• Emotional Reactions to Our Birth Experiences Vary. There are so many different ways a birth can go: they can be long, difficult and complicated, they can be straightforward and fairly quick, they can end in an emergency C section, or they can be anywhere in between.  Even if your birth was fairly straightforward, the birth rarely plays out in the ways we have imagined. There’s usually some element of surprise in the mix.  Make space and time to process your birth experience and reactions to it, and talk with your partner about it.

 

  • Breastfeeding can be challenging. Though some babies have a perfect latch and some women are natural born breastfeeders, many women encounter a few bumps in the road regarding breastfeeding.  It’s OK and it’s normal.  First time mothers can be surprised at how it turns out to be harder than they envisioned.  Be aware of your lactation support resources in your community (your OB/GYN or baby’s pediatrician can provide those for you).  You can also find support through La Leche League: http://www.llli.org/ or postpartum doulas.   Breastfeeding takes patience and time as your body adjusts to nursing, and as you and your baby continue to get to know one and other.

 

 

  • The Postpartum Period can be challenging for overachievers and perfectionists. Though overachievers and perfectionists have many wonderful skills that can augment their parenting, it’s hard for these personality types to adjust to the unknown, to not always having the answer, and to accept unpredictable. During the first three months of life especially, your baby’s schedule will likely be all over the place because they grow and change so much.  Even for the laid back, flexible, very adaptive people, the fourth trimester has its moments.  Be aware of the need to have to control and predict everything, as this is a common coping mechanism for individuals with this personality type.  The fourth trimester is a good time to challenge yourself to slow down, and to let go (even if it’s just letting go of seemingly minor things).   What are small ways that you can be pause and be present?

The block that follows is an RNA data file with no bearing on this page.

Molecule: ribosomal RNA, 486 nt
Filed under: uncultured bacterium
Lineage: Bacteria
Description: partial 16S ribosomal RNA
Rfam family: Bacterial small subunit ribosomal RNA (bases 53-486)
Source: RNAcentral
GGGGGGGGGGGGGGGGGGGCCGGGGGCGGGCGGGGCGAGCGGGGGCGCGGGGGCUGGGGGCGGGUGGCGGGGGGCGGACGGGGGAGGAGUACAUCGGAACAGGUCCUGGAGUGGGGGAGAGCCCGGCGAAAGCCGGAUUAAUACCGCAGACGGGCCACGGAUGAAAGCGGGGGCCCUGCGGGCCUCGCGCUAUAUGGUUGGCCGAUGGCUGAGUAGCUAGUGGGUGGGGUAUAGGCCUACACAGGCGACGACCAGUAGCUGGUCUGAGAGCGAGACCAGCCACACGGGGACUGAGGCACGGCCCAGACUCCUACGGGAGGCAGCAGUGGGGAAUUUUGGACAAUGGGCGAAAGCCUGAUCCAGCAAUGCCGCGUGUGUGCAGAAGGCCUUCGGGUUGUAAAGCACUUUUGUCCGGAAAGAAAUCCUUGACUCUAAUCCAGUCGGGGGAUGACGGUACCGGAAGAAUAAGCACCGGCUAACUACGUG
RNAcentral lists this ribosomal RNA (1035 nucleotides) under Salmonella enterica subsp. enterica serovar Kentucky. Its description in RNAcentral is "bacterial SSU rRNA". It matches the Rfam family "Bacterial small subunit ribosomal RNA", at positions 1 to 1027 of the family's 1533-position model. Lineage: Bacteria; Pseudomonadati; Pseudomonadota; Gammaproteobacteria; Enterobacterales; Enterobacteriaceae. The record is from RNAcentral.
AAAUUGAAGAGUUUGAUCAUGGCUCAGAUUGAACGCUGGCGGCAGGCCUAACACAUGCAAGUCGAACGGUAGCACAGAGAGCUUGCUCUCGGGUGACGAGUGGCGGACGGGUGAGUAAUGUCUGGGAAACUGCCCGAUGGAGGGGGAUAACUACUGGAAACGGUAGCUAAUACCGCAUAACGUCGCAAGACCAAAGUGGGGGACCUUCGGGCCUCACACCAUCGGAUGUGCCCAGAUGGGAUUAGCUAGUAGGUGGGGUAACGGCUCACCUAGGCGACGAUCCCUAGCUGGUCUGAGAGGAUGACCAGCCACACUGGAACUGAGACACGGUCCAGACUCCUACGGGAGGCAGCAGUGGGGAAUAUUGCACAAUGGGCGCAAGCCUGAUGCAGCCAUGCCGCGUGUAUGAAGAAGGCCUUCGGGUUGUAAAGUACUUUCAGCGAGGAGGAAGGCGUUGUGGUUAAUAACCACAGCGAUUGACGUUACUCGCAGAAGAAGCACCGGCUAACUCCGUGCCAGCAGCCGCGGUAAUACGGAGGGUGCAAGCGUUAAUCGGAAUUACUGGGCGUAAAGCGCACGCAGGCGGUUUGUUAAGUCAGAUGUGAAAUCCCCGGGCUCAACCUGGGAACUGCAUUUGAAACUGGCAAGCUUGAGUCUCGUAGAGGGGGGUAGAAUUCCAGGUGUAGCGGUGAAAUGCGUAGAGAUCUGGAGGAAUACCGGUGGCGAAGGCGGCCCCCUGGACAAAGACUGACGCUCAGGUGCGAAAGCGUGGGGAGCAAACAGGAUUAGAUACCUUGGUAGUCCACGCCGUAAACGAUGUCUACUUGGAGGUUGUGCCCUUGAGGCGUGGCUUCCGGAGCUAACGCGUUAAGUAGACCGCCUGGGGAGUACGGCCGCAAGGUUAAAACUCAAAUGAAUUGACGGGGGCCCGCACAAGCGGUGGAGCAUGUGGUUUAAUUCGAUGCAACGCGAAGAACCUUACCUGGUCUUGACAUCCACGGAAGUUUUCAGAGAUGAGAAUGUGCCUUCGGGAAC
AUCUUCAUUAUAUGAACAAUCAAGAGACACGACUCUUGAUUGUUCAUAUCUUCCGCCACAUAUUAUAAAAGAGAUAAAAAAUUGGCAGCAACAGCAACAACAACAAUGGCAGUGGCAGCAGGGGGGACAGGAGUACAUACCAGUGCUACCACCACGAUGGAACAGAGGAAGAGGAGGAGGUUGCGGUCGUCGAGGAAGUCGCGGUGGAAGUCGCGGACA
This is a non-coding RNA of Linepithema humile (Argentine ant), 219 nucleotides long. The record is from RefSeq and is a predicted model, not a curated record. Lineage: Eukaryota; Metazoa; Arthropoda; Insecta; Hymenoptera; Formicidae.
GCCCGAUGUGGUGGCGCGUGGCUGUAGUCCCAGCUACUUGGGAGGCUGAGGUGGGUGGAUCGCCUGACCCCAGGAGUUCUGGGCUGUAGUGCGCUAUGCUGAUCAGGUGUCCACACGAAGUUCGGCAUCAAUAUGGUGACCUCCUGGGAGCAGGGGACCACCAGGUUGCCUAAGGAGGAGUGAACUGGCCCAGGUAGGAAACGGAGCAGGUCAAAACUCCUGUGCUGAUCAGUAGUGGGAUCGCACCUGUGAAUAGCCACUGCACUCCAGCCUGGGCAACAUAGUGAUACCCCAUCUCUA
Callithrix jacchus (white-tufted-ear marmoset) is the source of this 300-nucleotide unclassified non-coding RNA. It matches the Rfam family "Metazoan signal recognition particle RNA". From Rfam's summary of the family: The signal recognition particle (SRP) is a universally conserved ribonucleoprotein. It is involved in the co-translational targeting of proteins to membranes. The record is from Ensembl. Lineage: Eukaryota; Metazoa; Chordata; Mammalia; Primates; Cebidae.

• Older Children Will Have Their Own Reactions. The reaction of your older children really varies by age. Some children love having a new sibling and there’s very little resistance. Acting out is however not uncommon, especially for younger children, and it is a temporary phase. Your child is adjusting to the many things that come with a new baby: less attention in the beginning, more noise in the house, having an offset schedule, people coming in and out of the house, mom and dad being more preoccupied.  Some parents like to give their child a small gift or representative token to acknowledge the child’s transition and adjustment to having another sibling in the family.  It is helpful to set aside special one on one time with the child after birth with one or both parents, whenever it can be scheduled.  It’s also helpful to prepare the child with age appropriate literature or media explaining what it’s like to have an infant in the home.   Any gesture to help the child feel loved and special after the baby comes, no matter how small, can go a long way.  If they’re old enough to understand, you can also talk to them about how the initial phase with the infant (especially the first 3-6 months) is a time where there’s a heavy focus on the infant, but is also a temporary phase; it won’t last forever and the baby will grow to become more independent as time goes on.

 

This blog will be continued, but I would love to hear your initial thoughts and reactions!